# Are these two logic statements equivalent?

My text claims that the following is true, but this seems erroneous to me. Am I correct in believing that this is an error in the text?

$$\neg(\exists x \forall y \;(x \geq y)) \iff \forall x\; \neg(\forall y, (x\geq y))$$

• They are negations of each other, so it is erroneous.
– DHMO
Commented Apr 18, 2017 at 15:16
• The edited version of the claim is not erroneous. For any $P$, we have (at least in classical logic) $\neg(\exists x, P) \iff \forall x, \neg P$ ($P$ can have many free variables, in your case, it has 2). Commented Apr 18, 2017 at 15:30
• Oops, I made a mistake in copying the first part. Are these then equivalent? The first statement suggests that there is an object greater than/equal to all other objects, but the second seems to be a different statement Commented Apr 18, 2017 at 15:31
• And you can proceed with $\forall x \exists y \neg(x \geq y)$ and then $\forall x \exists y (x \ngeq y)$. Commented Apr 18, 2017 at 15:38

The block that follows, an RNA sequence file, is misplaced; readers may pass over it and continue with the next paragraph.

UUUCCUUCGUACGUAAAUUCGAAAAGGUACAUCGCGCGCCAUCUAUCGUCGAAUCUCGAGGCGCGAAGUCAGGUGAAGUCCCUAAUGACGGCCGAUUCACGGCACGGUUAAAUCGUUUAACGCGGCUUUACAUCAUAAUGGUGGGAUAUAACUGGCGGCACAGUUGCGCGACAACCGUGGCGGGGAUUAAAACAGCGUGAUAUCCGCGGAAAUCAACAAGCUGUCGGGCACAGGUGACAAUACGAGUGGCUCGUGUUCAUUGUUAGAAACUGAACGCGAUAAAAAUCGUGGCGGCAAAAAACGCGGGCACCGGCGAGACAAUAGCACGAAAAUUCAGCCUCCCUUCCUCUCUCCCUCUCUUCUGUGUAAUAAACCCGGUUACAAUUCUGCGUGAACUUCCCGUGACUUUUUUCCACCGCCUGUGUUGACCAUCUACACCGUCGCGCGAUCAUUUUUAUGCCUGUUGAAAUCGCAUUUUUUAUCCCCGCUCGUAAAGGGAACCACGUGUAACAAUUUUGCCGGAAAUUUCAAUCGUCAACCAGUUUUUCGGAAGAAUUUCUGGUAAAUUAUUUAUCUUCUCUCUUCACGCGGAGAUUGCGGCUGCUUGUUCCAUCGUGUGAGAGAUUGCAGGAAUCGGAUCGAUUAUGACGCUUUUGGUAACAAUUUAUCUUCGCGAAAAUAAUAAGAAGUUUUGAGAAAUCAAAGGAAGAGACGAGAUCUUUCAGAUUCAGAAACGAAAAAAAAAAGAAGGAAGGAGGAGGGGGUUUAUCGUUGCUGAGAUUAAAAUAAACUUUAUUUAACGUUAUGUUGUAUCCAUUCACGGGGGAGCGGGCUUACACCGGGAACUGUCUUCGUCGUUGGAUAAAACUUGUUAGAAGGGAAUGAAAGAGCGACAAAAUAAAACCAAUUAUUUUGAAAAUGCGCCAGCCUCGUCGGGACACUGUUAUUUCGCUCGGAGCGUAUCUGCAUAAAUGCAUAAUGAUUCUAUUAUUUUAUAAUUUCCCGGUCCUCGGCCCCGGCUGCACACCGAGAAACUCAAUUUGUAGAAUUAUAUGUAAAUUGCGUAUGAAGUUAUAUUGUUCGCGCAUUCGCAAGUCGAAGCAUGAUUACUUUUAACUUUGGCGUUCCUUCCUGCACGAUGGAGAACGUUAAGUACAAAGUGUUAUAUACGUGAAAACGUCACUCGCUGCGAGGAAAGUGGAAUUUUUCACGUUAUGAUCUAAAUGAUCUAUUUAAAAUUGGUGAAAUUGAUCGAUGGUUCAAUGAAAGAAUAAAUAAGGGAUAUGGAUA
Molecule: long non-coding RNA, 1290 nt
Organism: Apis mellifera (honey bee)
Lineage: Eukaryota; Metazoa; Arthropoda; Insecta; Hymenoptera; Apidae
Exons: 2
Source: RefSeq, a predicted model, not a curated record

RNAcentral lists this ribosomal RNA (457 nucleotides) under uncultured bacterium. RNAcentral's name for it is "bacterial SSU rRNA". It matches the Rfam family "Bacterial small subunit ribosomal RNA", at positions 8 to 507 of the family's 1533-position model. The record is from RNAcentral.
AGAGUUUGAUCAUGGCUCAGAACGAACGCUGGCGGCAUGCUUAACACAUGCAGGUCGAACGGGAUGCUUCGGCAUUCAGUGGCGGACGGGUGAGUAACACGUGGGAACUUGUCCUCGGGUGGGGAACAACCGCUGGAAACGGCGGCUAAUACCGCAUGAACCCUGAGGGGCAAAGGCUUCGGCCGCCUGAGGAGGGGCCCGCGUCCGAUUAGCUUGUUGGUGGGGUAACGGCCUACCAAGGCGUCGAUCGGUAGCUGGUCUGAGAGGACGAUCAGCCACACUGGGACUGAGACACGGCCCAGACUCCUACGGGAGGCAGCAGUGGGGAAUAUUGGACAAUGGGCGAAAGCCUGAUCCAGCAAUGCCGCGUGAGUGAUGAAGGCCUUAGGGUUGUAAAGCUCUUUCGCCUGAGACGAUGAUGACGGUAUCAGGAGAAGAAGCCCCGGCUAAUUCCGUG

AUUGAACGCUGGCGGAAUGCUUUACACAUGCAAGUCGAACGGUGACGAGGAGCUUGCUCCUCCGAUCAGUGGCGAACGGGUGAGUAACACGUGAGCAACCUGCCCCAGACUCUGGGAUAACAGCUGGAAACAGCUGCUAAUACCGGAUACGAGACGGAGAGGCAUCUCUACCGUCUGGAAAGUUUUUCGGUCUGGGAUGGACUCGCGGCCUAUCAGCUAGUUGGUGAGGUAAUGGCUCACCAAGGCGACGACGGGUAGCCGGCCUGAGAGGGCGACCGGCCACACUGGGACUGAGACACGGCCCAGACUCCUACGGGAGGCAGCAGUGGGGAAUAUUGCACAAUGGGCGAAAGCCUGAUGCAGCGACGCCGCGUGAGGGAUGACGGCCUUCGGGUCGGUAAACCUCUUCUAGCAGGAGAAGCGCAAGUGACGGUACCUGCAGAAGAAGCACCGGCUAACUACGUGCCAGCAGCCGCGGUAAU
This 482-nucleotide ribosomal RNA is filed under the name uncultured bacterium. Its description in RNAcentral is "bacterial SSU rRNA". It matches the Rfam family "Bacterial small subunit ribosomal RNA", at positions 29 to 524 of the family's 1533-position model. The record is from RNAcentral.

• The right hand side says: For any x you choose, the statement $(\forall y, (x\geq y))$ will not be true. The left hand side says: It is not possible to choose an x to make the statement true. In other words, "you will always fail" and "you will never succeed". These are the same thing. Commented Apr 18, 2017 at 15:54

$$\neg \exists x \phi \Leftrightarrow \forall x \neg \phi$$
for any variable $x$ and formula $\phi$. Informally that makes sense: if it is not true that there is something for which something holds, then apparently that something does not hold true for everything, and vice versa. Or, given that typically $\phi$ says something about $x$, i.e expresses some property of $x$: If there isn't anything with some property, then everything does not have that property, and vice versa.
Now, in your case, $\phi$ happens to be $\forall y \ x \ge y$, which may be somewhat confusing given the presence of another quantifier, but the general rule always applies, so just plug it in, and you get:
$$\neg \exists x \forall y \ x \ge y \Leftrightarrow \forall x \neg \forall y \ x \ge y$$